Author(s): Gussekloo J, Schaap MC, Frlich M, Blauw GJ, Westendorp RG
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Abstract An elevated level of C-reactive protein is a strong predictor of cardiovascular events in elderly persons. Whether C-reactive protein has direct adverse vascular effects or is a marker of aspecific systemic inflammation remains to be determined. The aim of this study was to investigate the relation between C-reactive protein and the occurrence of fatal strokes in elderly persons. In the Leiden 85-Plus Study, a population-based prospective follow-up study, we studied the levels of C-reactive protein in 80 participants who died from stroke within the first 5 years of follow-up. Levels of C-reactive protein were determined in serum samples at baseline. Levels of C-reactive protein were also determined in 82 control subjects who survived for the first 5 years of follow-up and in 83 participants who died from noncardiovascular causes. Mortality risks were estimated with logistic regression and adjusted for differences in age, sex, smoking, medication, total cholesterol, history of diabetes or hypertension, and previous cardiovascular events. Levels of C-reactive protein at baseline were 2-fold higher in subjects who died from stroke than in control subjects (median 5.7 versus 2.7 mg/L, P<0.005). The levels of C-reactive protein in subjects who died from stroke or from noncardiovascular causes were similar (median 5.7 versus 4.9 mg/L, P=0.7). The risk of death from stroke as well as from noncardiovascular causes increased linearly up to 10-fold in subjects with the highest levels of C-reactive protein at baseline (P<0.001). The levels of C-reactive protein were lower when more time had elapsed between blood sampling and time of death during follow-up (P=0.01). C-reactive protein is a strong but nonspecific risk factor of fatal stroke in old persons. The data do not support the idea that C-reactive protein has direct vascular effects that underlie fatal cerebrovascular disease.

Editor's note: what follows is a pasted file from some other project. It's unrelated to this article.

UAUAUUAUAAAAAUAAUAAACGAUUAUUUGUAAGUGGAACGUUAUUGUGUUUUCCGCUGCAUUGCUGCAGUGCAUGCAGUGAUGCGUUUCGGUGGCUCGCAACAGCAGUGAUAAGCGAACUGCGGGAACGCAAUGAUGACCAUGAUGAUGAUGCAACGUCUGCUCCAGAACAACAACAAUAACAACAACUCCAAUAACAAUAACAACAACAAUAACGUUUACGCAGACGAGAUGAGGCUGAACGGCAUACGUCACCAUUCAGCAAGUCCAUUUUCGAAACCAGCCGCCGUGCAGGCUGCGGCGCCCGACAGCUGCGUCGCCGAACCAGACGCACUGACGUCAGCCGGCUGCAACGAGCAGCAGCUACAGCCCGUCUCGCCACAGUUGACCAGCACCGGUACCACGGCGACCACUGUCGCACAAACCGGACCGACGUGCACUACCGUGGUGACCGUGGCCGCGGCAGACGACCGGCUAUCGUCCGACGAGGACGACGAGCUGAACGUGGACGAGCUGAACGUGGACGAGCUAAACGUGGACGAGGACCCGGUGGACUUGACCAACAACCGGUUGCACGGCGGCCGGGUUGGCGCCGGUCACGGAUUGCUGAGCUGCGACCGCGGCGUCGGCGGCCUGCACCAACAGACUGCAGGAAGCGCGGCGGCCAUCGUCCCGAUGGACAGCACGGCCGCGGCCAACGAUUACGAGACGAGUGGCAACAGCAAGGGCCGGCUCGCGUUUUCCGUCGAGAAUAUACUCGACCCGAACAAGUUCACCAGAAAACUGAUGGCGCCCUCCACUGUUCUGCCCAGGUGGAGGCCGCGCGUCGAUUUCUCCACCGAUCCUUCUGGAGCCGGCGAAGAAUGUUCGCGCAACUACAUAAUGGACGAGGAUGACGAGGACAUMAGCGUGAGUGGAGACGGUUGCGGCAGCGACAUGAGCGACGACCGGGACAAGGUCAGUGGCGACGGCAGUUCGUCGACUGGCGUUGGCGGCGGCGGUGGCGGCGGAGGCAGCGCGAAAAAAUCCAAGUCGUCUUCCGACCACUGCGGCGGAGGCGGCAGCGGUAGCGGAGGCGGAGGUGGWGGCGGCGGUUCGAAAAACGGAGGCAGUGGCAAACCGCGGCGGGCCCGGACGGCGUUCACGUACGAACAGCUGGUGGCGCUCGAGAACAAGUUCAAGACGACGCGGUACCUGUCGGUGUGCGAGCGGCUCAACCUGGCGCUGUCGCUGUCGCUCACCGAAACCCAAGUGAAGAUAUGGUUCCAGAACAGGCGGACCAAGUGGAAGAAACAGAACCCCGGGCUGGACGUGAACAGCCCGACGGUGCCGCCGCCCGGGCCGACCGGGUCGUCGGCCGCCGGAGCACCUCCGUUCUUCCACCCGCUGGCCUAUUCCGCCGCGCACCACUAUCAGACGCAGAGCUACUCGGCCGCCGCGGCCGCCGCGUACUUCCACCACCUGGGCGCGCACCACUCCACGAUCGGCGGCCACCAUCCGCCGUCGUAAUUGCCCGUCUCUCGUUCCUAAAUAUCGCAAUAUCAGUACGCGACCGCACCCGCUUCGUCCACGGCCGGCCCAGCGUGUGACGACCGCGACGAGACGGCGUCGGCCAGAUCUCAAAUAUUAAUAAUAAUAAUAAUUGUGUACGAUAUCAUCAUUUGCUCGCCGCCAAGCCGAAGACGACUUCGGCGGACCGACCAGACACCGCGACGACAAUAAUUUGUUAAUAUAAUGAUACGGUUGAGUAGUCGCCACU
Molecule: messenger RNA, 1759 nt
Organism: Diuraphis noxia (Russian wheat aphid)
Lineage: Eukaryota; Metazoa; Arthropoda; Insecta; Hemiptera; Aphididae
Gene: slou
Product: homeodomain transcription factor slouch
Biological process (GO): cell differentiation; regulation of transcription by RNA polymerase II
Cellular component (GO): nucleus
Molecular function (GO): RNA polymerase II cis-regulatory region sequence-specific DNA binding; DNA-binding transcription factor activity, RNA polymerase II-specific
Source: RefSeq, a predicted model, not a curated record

This article was published in Arterioscler Thromb Vasc Biol
and referenced in Biochemistry & Physiology: Open Access